Project Title: Sampson Perry and the House of Commons Libel 1792

Principal Advisor: Dr Geoff Ginn

Project Abstract: Sampson Perry remains a little known but intriguing figure of the eighteenth century radical movement. Between 1789-1792 he conducted a newspaper called The Argus which became associated with, and supportive of, political and social reform to the extent that it drew the ire of the Pitt government. Perry was subjected to a barrage of government initiated libels from 1790 to 1792 and it was the House of Commons libel case that resulted in his flight from London to Paris and into the arms of the Reign of Terror and imprisonment. He was outlawed by the Pitt government but he returned to England in March 1795 to face perpetual imprisonment as an outlaw in Newgate. Imprisonment with fellow radicals inspired an extraordinary literary output and eventually he was released and pardoned after Pitt left office in 1801.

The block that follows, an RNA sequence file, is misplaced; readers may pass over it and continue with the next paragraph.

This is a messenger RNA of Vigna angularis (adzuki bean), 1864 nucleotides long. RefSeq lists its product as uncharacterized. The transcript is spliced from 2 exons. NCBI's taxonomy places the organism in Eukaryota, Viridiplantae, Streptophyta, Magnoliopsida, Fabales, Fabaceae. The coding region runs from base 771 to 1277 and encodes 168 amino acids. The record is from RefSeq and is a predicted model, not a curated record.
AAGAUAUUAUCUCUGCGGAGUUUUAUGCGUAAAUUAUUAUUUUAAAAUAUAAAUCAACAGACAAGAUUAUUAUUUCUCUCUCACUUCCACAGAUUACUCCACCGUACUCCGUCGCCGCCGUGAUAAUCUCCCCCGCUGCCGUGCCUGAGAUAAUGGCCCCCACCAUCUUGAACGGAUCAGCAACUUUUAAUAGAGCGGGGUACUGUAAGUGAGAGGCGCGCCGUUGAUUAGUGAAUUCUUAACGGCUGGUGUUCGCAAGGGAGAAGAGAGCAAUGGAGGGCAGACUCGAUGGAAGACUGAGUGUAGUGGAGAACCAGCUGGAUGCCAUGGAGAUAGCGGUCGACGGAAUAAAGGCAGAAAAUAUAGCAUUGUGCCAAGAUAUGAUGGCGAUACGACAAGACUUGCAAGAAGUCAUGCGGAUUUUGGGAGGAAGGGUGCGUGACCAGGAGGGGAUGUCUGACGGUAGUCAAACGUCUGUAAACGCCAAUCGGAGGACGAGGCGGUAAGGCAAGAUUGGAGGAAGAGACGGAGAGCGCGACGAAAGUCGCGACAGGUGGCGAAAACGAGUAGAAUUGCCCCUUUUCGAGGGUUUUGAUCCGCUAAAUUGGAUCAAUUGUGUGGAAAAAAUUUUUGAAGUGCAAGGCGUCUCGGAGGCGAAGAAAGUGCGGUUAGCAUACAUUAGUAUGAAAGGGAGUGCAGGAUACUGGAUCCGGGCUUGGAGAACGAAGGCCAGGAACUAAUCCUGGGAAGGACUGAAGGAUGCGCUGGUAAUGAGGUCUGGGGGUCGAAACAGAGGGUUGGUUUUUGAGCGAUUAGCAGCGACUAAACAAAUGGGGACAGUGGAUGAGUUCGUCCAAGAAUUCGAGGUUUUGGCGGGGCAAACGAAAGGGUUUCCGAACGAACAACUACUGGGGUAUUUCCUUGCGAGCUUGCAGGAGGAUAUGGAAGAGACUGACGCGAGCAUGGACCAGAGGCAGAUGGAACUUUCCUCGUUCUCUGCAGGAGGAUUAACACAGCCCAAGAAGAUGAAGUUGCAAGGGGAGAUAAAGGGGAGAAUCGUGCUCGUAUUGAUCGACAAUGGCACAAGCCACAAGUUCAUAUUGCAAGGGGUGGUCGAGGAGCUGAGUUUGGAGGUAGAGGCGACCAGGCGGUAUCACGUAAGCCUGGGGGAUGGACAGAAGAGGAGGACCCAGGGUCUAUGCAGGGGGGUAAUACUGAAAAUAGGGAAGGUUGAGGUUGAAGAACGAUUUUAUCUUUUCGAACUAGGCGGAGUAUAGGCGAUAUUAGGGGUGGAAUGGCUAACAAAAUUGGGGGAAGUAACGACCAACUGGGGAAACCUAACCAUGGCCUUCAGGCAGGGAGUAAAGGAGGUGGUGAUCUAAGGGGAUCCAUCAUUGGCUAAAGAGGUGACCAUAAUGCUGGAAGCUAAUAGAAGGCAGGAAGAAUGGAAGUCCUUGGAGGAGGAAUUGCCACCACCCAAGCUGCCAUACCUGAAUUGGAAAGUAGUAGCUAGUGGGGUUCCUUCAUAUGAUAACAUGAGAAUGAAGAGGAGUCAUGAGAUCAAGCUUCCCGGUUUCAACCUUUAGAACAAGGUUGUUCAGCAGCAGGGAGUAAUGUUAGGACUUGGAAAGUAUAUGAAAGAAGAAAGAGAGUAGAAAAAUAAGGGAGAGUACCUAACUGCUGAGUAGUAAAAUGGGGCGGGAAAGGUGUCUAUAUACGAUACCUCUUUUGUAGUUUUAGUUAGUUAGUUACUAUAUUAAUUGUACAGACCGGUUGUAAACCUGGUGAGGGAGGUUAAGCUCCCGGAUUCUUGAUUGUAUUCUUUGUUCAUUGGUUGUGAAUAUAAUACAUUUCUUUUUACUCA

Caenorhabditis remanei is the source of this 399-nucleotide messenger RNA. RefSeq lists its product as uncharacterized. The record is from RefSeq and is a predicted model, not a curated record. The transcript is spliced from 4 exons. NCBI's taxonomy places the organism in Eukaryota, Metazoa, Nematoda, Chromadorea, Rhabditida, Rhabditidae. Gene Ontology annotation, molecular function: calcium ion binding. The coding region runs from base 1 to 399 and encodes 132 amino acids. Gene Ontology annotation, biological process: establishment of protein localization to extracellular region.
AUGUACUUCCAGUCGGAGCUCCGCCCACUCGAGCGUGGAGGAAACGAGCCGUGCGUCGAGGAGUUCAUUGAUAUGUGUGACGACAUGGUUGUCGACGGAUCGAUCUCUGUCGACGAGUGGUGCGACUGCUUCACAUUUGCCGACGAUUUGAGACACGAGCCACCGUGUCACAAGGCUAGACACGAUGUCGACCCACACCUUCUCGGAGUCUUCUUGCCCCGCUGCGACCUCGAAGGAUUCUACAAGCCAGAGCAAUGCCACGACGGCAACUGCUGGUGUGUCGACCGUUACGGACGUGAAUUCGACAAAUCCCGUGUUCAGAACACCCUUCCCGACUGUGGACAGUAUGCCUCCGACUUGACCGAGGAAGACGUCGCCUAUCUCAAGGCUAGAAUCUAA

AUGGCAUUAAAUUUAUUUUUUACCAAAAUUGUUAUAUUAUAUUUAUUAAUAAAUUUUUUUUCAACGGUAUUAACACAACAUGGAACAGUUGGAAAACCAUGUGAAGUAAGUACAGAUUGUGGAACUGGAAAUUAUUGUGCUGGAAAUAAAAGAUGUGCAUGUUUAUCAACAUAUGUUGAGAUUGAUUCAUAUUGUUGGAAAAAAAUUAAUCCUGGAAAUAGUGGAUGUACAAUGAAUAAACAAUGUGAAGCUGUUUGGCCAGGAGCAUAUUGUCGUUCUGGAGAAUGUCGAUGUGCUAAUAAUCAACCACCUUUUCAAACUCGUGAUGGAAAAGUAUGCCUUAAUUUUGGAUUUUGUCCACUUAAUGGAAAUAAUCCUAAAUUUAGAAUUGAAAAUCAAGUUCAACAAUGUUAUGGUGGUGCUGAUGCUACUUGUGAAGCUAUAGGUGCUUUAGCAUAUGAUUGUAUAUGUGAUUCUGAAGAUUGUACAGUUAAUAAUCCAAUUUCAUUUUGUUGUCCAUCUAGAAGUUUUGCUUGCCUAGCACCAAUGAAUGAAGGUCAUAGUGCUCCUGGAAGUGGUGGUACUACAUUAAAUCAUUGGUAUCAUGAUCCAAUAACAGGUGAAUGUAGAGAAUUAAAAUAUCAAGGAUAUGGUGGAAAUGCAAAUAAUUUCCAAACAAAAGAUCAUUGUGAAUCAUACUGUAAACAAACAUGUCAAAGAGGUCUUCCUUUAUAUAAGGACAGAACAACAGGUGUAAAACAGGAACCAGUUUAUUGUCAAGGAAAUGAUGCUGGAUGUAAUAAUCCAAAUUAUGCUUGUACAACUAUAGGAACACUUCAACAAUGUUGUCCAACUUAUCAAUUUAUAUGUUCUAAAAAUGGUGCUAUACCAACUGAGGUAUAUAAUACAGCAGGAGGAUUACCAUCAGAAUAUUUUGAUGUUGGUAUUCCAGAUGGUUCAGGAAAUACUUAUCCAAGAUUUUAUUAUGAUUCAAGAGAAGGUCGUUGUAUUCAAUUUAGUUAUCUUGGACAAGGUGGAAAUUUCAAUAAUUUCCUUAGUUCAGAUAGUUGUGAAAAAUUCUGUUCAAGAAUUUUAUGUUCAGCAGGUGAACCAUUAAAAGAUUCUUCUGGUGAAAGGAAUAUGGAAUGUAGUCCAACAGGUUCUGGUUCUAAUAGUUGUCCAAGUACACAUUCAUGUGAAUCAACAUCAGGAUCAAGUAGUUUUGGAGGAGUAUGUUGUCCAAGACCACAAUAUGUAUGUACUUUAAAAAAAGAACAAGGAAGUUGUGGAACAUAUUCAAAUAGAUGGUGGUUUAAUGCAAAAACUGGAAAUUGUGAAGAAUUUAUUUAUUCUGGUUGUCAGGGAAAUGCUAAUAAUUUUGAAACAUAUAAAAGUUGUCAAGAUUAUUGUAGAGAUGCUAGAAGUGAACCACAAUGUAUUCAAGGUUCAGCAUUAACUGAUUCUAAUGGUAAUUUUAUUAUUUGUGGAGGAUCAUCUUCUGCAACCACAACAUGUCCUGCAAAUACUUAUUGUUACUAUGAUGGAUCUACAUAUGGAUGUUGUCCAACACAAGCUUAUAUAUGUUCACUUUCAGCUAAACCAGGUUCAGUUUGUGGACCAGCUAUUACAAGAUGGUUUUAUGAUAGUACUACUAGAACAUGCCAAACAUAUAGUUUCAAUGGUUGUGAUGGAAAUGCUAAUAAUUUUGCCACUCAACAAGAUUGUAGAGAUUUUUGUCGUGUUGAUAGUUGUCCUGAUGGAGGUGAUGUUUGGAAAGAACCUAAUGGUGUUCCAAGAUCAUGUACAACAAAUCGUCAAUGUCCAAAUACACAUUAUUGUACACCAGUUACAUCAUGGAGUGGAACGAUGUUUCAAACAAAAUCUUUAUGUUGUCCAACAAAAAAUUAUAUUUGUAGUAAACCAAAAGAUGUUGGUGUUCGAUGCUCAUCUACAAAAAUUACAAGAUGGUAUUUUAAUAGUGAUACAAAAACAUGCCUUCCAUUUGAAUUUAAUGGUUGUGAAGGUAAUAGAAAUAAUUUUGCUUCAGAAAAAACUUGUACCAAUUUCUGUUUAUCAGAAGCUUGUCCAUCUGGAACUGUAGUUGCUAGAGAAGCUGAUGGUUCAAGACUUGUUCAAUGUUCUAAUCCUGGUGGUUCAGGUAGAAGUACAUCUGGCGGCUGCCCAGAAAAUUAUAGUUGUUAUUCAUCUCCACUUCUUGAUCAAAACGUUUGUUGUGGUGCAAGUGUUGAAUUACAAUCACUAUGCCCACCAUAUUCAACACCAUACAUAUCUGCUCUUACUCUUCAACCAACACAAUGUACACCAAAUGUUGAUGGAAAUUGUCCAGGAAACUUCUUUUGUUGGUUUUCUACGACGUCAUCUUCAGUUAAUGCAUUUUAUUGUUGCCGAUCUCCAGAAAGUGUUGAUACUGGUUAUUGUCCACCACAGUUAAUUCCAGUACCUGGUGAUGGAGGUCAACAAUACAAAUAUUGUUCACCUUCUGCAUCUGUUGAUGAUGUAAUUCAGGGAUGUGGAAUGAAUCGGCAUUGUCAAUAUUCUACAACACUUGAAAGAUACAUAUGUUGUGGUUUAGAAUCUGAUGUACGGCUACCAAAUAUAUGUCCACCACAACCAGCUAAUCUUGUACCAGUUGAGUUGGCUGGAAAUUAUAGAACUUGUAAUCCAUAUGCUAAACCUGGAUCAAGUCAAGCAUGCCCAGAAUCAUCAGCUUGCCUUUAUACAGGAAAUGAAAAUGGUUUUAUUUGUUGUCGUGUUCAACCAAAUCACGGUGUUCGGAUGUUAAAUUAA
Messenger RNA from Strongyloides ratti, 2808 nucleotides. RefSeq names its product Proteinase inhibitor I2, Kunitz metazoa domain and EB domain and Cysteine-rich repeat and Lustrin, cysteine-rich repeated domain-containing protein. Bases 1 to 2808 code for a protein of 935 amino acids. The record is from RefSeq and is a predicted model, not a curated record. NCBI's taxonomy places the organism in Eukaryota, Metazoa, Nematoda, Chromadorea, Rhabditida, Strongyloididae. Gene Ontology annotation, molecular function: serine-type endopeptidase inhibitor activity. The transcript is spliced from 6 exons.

The House of Commons libel highlights the vindictive lengths which the Pitt government was prepared to undertake in order to silence Perry and to cease his support for the reform movement. Perry may prove to be of far more importance than has been acknowledged by scholars. He is emerging from the shadows of late eighteenth century politics as an indefatigable fighter against Pitt’s oppressive measures to silence much needed political reform.

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